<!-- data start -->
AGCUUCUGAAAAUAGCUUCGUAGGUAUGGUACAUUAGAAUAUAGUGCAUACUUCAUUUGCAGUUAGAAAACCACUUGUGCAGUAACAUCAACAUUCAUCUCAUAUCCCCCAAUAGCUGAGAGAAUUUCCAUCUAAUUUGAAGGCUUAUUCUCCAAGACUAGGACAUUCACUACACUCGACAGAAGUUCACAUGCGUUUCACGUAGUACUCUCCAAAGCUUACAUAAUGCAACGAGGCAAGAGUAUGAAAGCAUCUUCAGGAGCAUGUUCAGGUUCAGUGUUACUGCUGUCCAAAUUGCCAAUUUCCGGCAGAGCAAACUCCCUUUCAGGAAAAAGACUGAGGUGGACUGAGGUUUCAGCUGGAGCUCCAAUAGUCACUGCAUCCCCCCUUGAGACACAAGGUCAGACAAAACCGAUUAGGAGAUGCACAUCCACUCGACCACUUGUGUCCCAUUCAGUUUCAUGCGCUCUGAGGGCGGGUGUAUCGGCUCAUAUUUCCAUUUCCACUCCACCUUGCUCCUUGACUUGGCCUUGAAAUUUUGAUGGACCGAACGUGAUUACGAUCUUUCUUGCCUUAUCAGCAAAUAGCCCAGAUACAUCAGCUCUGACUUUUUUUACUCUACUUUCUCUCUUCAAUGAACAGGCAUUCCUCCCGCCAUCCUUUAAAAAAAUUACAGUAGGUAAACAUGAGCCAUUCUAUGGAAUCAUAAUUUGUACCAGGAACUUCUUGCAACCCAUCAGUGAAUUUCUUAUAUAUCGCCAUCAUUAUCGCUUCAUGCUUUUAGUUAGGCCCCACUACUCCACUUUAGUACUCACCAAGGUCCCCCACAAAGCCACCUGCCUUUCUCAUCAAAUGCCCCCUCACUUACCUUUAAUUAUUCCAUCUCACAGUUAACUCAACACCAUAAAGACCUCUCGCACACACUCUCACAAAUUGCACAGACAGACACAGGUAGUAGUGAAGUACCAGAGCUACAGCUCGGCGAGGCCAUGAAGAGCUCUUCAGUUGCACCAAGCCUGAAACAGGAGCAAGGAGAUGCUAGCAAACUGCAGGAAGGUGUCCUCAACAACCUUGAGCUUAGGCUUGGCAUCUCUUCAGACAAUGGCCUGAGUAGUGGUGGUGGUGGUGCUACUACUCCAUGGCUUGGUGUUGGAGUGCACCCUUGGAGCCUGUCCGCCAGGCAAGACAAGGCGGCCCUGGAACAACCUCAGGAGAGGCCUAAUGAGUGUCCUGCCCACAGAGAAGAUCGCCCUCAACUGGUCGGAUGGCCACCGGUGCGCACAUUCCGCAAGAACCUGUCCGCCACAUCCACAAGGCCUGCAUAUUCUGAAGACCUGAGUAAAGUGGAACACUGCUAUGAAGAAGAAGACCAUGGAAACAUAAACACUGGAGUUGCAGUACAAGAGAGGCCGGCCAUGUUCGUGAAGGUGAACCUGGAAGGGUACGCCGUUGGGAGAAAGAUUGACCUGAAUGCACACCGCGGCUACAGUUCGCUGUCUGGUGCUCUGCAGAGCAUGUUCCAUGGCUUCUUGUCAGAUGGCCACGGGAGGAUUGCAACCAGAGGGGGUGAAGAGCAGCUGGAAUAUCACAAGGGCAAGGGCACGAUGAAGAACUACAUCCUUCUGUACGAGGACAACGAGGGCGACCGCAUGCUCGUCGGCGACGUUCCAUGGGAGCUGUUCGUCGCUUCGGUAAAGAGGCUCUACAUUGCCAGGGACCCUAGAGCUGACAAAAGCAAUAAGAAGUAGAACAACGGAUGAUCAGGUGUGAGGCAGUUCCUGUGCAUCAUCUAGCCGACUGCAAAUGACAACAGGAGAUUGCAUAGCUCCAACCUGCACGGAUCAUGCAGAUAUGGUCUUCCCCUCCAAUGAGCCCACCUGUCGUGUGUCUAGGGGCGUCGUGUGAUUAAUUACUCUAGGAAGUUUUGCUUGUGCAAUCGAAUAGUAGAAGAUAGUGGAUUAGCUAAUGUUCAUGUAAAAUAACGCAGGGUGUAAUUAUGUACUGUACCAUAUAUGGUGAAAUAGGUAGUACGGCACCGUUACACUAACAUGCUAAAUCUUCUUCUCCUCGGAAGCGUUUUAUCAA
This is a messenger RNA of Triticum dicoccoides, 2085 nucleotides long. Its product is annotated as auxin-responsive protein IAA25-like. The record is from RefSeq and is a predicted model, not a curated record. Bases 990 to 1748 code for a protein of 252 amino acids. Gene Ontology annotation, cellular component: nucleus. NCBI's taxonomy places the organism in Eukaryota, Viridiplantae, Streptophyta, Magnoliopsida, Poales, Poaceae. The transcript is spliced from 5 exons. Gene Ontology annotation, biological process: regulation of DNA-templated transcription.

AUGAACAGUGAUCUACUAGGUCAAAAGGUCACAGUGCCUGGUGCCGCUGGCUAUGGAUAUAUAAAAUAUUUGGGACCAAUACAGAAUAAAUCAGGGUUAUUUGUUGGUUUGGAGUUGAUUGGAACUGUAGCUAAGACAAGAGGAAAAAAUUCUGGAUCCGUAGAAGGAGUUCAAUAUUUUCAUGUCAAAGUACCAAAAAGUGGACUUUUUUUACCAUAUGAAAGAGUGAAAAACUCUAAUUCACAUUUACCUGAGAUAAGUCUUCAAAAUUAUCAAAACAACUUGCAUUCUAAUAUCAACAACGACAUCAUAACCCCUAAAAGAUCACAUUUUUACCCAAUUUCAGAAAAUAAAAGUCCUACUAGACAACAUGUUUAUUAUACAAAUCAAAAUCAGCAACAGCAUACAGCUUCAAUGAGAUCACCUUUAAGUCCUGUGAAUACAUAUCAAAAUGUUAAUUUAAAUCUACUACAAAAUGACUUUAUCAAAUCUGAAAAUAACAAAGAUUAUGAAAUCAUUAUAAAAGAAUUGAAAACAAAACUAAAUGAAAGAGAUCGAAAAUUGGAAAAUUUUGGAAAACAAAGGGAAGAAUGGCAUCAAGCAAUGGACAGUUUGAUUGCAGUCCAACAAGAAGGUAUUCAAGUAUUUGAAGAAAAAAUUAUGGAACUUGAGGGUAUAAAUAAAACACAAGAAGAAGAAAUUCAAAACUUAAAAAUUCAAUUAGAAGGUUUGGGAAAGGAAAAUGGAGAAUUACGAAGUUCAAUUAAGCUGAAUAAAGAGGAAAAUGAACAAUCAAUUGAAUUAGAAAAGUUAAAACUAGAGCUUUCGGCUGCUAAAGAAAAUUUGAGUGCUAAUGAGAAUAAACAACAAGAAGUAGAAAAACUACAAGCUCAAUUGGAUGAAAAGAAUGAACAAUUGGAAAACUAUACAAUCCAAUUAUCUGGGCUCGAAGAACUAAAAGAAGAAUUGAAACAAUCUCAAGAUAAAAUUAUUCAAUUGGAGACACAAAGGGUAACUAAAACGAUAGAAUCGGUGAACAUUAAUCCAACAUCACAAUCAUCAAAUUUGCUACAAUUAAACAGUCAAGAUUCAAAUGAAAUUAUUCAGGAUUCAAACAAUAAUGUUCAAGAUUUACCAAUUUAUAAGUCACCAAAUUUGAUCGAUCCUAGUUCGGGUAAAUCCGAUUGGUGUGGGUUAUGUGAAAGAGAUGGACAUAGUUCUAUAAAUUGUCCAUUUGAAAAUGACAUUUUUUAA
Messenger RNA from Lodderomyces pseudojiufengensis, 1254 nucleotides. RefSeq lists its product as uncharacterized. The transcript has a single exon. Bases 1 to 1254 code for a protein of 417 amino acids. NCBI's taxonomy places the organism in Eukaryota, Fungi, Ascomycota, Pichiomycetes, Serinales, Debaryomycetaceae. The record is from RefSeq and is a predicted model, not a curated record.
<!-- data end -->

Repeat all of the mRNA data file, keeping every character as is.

AGCUUCUGAAAAUAGCUUCGUAGGUAUGGUACAUUAGAAUAUAGUGCAUACUUCAUUUGCAGUUAGAAAACCACUUGUGCAGUAACAUCAACAUUCAUCUCAUAUCCCCCAAUAGCUGAGAGAAUUUCCAUCUAAUUUGAAGGCUUAUUCUCCAAGACUAGGACAUUCACUACACUCGACAGAAGUUCACAUGCGUUUCACGUAGUACUCUCCAAAGCUUACAUAAUGCAACGAGGCAAGAGUAUGAAAGCAUCUUCAGGAGCAUGUUCAGGUUCAGUGUUACUGCUGUCCAAAUUGCCAAUUUCCGGCAGAGCAAACUCCCUUUCAGGAAAAAGACUGAGGUGGACUGAGGUUUCAGCUGGAGCUCCAAUAGUCACUGCAUCCCCCCUUGAGACACAAGGUCAGACAAAACCGAUUAGGAGAUGCACAUCCACUCGACCACUUGUGUCCCAUUCAGUUUCAUGCGCUCUGAGGGCGGGUGUAUCGGCUCAUAUUUCCAUUUCCACUCCACCUUGCUCCUUGACUUGGCCUUGAAAUUUUGAUGGACCGAACGUGAUUACGAUCUUUCUUGCCUUAUCAGCAAAUAGCCCAGAUACAUCAGCUCUGACUUUUUUUACUCUACUUUCUCUCUUCAAUGAACAGGCAUUCCUCCCGCCAUCCUUUAAAAAAAUUACAGUAGGUAAACAUGAGCCAUUCUAUGGAAUCAUAAUUUGUACCAGGAACUUCUUGCAACCCAUCAGUGAAUUUCUUAUAUAUCGCCAUCAUUAUCGCUUCAUGCUUUUAGUUAGGCCCCACUACUCCACUUUAGUACUCACCAAGGUCCCCCACAAAGCCACCUGCCUUUCUCAUCAAAUGCCCCCUCACUUACCUUUAAUUAUUCCAUCUCACAGUUAACUCAACACCAUAAAGACCUCUCGCACACACUCUCACAAAUUGCACAGACAGACACAGGUAGUAGUGAAGUACCAGAGCUACAGCUCGGCGAGGCCAUGAAGAGCUCUUCAGUUGCACCAAGCCUGAAACAGGAGCAAGGAGAUGCUAGCAAACUGCAGGAAGGUGUCCUCAACAACCUUGAGCUUAGGCUUGGCAUCUCUUCAGACAAUGGCCUGAGUAGUGGUGGUGGUGGUGCUACUACUCCAUGGCUUGGUGUUGGAGUGCACCCUUGGAGCCUGUCCGCCAGGCAAGACAAGGCGGCCCUGGAACAACCUCAGGAGAGGCCUAAUGAGUGUCCUGCCCACAGAGAAGAUCGCCCUCAACUGGUCGGAUGGCCACCGGUGCGCACAUUCCGCAAGAACCUGUCCGCCACAUCCACAAGGCCUGCAUAUUCUGAAGACCUGAGUAAAGUGGAACACUGCUAUGAAGAAGAAGACCAUGGAAACAUAAACACUGGAGUUGCAGUACAAGAGAGGCCGGCCAUGUUCGUGAAGGUGAACCUGGAAGGGUACGCCGUUGGGAGAAAGAUUGACCUGAAUGCACACCGCGGCUACAGUUCGCUGUCUGGUGCUCUGCAGAGCAUGUUCCAUGGCUUCUUGUCAGAUGGCCACGGGAGGAUUGCAACCAGAGGGGGUGAAGAGCAGCUGGAAUAUCACAAGGGCAAGGGCACGAUGAAGAACUACAUCCUUCUGUACGAGGACAACGAGGGCGACCGCAUGCUCGUCGGCGACGUUCCAUGGGAGCUGUUCGUCGCUUCGGUAAAGAGGCUCUACAUUGCCAGGGACCCUAGAGCUGACAAAAGCAAUAAGAAGUAGAACAACGGAUGAUCAGGUGUGAGGCAGUUCCUGUGCAUCAUCUAGCCGACUGCAAAUGACAACAGGAGAUUGCAUAGCUCCAACCUGCACGGAUCAUGCAGAUAUGGUCUUCCCCUCCAAUGAGCCCACCUGUCGUGUGUCUAGGGGCGUCGUGUGAUUAAUUACUCUAGGAAGUUUUGCUUGUGCAAUCGAAUAGUAGAAGAUAGUGGAUUAGCUAAUGUUCAUGUAAAAUAACGCAGGGUGUAAUUAUGUACUGUACCAUAUAUGGUGAAAUAGGUAGUACGGCACCGUUACACUAACAUGCUAAAUCUUCUUCUCCUCGGAAGCGUUUUAUCAA
This is a messenger RNA of Triticum dicoccoides, 2085 nucleotides long. Its product is annotated as auxin-responsive protein IAA25-like. The record is from RefSeq and is a predicted model, not a curated record. Bases 990 to 1748 code for a protein of 252 amino acids. Gene Ontology annotation, cellular component: nucleus. NCBI's taxonomy places the organism in Eukaryota, Viridiplantae, Streptophyta, Magnoliopsida, Poales, Poaceae. The transcript is spliced from 5 exons. Gene Ontology annotation, biological process: regulation of DNA-templated transcription.

AUGAACAGUGAUCUACUAGGUCAAAAGGUCACAGUGCCUGGUGCCGCUGGCUAUGGAUAUAUAAAAUAUUUGGGACCAAUACAGAAUAAAUCAGGGUUAUUUGUUGGUUUGGAGUUGAUUGGAACUGUAGCUAAGACAAGAGGAAAAAAUUCUGGAUCCGUAGAAGGAGUUCAAUAUUUUCAUGUCAAAGUACCAAAAAGUGGACUUUUUUUACCAUAUGAAAGAGUGAAAAACUCUAAUUCACAUUUACCUGAGAUAAGUCUUCAAAAUUAUCAAAACAACUUGCAUUCUAAUAUCAACAACGACAUCAUAACCCCUAAAAGAUCACAUUUUUACCCAAUUUCAGAAAAUAAAAGUCCUACUAGACAACAUGUUUAUUAUACAAAUCAAAAUCAGCAACAGCAUACAGCUUCAAUGAGAUCACCUUUAAGUCCUGUGAAUACAUAUCAAAAUGUUAAUUUAAAUCUACUACAAAAUGACUUUAUCAAAUCUGAAAAUAACAAAGAUUAUGAAAUCAUUAUAAAAGAAUUGAAAACAAAACUAAAUGAAAGAGAUCGAAAAUUGGAAAAUUUUGGAAAACAAAGGGAAGAAUGGCAUCAAGCAAUGGACAGUUUGAUUGCAGUCCAACAAGAAGGUAUUCAAGUAUUUGAAGAAAAAAUUAUGGAACUUGAGGGUAUAAAUAAAACACAAGAAGAAGAAAUUCAAAACUUAAAAAUUCAAUUAGAAGGUUUGGGAAAGGAAAAUGGAGAAUUACGAAGUUCAAUUAAGCUGAAUAAAGAGGAAAAUGAACAAUCAAUUGAAUUAGAAAAGUUAAAACUAGAGCUUUCGGCUGCUAAAGAAAAUUUGAGUGCUAAUGAGAAUAAACAACAAGAAGUAGAAAAACUACAAGCUCAAUUGGAUGAAAAGAAUGAACAAUUGGAAAACUAUACAAUCCAAUUAUCUGGGCUCGAAGAACUAAAAGAAGAAUUGAAACAAUCUCAAGAUAAAAUUAUUCAAUUGGAGACACAAAGGGUAACUAAAACGAUAGAAUCGGUGAACAUUAAUCCAACAUCACAAUCAUCAAAUUUGCUACAAUUAAACAGUCAAGAUUCAAAUGAAAUUAUUCAGGAUUCAAACAAUAAUGUUCAAGAUUUACCAAUUUAUAAGUCACCAAAUUUGAUCGAUCCUAGUUCGGGUAAAUCCGAUUGGUGUGGGUUAUGUGAAAGAGAUGGACAUAGUUCUAUAAAUUGUCCAUUUGAAAAUGACAUUUUUUAA
Messenger RNA from Lodderomyces pseudojiufengensis, 1254 nucleotides. RefSeq lists its product as uncharacterized. The transcript has a single exon. Bases 1 to 1254 code for a protein of 417 amino acids. NCBI's taxonomy places the organism in Eukaryota, Fungi, Ascomycota, Pichiomycetes, Serinales, Debaryomycetaceae. The record is from RefSeq and is a predicted model, not a curated record.